Fish Spawning Aggregation Sites
Many marine animals aggregate in specific sites during the full moon, these sites are often called “hotspots” due to their productivity and their ecological importance. Commercially important fish like snappers and groupers migrate and temporarily aggregate near the reef around full moon, these sites are called fish spawning aggregation sites (FSAs). They can be predictable in time and space, which makes them highly vulnerable to exploitation.
FSAs are studied every month around the full moon using underwater visual census methods, two sites have been monitored since January and two more sites have been selected as potential study sites. During these aggregations, groupers display elaborate courtship behaviors, males change color rapidly and fight over females then females choose the males and generally spawn around sunset. Although this behavior is quite amazing to observe, studying FSAs is very difficult because fish spawn in places with strong currents and as deep as 40m. These sites are important for the resilience of the species and for the sustainability of most fisheries around the world. Studying these sites will allow us to understand what species reproduce in the island and to determine the reproductive size and abundance of the species. Protecting FSAs in the Bay Islands will positively influence the health of the reefs and will support commercially important fisheries.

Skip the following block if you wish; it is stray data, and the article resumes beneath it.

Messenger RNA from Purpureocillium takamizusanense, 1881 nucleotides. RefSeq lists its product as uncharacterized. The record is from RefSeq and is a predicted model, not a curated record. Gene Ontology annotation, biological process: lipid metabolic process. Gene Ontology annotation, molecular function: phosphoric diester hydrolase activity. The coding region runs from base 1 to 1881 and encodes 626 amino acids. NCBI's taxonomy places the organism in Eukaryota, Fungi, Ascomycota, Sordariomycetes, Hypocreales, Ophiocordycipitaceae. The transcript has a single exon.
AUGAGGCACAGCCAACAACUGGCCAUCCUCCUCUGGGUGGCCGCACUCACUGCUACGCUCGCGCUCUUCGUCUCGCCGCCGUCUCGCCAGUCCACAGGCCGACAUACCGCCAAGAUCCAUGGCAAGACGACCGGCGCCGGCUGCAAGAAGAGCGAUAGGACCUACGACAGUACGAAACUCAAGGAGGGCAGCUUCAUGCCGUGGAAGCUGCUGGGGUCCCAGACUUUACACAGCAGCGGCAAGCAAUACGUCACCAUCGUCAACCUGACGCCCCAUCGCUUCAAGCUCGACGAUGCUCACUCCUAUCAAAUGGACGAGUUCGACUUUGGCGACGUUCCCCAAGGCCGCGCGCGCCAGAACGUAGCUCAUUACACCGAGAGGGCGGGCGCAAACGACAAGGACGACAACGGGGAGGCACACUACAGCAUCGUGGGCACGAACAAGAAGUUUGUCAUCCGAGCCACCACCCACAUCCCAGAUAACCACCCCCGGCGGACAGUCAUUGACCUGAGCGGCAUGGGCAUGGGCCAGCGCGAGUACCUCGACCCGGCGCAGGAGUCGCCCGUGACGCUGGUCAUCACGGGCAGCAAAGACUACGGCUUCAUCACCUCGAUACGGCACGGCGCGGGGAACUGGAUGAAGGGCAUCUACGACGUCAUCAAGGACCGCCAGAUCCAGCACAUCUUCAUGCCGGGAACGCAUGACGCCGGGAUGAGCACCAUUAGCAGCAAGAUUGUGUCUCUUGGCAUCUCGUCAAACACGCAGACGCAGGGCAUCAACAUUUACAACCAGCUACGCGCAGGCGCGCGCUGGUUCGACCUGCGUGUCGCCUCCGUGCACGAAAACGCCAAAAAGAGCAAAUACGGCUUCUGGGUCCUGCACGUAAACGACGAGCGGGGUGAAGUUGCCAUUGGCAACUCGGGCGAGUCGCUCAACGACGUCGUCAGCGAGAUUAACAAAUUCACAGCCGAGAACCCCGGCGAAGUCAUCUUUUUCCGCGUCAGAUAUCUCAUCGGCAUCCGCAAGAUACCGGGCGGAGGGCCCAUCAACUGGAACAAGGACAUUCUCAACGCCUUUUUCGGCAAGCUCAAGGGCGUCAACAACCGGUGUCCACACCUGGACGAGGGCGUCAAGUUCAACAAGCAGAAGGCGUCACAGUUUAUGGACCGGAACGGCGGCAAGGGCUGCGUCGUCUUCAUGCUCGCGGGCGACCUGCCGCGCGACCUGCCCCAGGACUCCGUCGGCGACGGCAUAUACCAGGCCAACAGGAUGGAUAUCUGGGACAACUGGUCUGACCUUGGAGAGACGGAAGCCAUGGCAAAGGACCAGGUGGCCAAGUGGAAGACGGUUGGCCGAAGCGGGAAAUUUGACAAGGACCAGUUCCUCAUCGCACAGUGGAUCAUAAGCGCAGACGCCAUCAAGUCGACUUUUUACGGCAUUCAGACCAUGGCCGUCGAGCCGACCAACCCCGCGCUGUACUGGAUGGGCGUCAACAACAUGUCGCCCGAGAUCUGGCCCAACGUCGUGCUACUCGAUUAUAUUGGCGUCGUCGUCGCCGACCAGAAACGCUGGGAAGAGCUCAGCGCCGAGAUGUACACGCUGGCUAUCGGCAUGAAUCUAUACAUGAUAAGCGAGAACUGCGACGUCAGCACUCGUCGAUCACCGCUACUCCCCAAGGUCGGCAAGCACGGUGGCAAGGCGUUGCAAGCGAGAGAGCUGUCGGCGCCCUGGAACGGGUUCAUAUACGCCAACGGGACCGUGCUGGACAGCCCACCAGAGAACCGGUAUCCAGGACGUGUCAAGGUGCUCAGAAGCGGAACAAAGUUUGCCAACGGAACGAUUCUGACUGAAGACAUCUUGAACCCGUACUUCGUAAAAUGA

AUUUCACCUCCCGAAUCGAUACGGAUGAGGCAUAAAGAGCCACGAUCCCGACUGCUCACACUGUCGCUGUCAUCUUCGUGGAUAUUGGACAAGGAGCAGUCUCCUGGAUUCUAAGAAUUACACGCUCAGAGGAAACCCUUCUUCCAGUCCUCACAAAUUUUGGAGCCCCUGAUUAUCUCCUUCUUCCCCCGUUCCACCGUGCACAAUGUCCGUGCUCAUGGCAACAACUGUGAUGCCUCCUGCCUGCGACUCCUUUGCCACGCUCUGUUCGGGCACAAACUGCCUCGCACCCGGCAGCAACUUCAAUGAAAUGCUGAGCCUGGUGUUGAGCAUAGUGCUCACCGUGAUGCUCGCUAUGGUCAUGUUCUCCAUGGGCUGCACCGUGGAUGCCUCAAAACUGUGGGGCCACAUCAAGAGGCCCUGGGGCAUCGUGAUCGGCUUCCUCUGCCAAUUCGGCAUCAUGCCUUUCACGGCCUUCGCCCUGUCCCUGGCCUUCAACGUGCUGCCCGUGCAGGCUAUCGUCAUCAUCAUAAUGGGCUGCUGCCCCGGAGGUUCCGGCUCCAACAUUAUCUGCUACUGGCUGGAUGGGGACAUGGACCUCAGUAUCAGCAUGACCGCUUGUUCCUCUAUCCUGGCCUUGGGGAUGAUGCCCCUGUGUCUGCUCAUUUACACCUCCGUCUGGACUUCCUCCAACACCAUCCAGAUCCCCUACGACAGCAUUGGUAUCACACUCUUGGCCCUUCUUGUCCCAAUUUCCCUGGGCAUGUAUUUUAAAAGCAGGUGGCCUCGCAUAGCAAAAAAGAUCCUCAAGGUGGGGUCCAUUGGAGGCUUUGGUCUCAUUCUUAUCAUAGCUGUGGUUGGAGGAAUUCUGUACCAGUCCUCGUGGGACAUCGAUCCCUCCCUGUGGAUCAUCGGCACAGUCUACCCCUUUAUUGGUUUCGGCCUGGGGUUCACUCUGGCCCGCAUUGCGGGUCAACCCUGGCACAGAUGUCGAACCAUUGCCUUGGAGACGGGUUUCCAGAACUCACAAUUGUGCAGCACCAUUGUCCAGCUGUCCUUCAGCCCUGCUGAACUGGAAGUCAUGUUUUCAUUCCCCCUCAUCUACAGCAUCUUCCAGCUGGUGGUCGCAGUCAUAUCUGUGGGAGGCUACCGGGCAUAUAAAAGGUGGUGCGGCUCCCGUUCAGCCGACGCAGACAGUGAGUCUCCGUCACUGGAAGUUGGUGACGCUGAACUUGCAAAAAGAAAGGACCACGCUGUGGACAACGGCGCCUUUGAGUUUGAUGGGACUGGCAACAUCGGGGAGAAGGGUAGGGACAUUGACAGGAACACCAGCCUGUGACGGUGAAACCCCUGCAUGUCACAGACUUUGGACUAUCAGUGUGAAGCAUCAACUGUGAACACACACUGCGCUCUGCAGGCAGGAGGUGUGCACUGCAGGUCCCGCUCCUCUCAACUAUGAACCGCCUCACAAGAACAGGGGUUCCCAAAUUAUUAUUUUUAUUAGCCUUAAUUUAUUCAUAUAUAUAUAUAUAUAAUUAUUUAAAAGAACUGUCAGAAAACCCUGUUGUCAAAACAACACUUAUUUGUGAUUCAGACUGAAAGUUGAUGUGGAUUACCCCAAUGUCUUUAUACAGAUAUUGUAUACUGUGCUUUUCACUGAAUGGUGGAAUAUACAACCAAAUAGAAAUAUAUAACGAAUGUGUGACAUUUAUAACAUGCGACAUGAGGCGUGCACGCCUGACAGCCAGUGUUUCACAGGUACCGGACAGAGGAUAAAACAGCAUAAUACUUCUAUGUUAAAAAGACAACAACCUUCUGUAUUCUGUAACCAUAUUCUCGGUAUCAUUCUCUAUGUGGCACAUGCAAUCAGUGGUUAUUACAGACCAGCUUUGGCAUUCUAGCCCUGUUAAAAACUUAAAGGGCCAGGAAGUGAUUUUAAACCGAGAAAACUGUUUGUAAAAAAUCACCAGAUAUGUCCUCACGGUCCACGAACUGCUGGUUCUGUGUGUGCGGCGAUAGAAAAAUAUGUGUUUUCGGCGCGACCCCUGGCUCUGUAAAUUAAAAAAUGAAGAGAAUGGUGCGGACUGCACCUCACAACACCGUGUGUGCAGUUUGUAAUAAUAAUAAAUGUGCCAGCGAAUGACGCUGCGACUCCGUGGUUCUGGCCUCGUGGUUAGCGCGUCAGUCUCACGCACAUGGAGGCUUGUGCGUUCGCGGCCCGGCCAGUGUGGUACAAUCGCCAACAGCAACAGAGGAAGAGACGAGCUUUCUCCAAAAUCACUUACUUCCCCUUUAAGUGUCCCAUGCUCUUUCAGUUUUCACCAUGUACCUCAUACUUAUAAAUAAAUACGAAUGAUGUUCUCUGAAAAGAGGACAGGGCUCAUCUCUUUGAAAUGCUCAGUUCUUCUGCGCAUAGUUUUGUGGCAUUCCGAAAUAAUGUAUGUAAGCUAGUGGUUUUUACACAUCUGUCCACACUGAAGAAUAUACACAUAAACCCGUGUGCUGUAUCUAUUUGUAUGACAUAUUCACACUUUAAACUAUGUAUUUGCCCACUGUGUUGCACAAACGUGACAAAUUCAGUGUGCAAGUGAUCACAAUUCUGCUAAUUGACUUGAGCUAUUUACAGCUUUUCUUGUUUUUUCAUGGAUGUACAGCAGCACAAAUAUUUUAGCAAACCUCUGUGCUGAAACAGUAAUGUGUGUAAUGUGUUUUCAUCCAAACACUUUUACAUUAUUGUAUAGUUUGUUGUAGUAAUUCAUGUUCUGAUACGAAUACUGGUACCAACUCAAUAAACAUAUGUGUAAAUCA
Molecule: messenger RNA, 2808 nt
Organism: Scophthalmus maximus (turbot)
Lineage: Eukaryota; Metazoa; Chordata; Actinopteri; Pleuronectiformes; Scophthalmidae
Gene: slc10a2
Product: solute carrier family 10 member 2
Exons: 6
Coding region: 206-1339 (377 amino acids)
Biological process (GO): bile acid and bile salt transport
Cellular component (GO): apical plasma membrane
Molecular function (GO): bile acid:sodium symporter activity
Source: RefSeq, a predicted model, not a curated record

These reproductive aggregation sites are critical life-cycle events for all marine species that engage in this behavior because it is the only time for the species to reproduce and ensure their next generations. Due to their highly ecological importance, the RMP team has focused their research efforts on different FSA sites around the island of Roatan. The project aims to study the different FSAs on Roatan, educate the population about their importance and protect these sites to ensure the species preservation.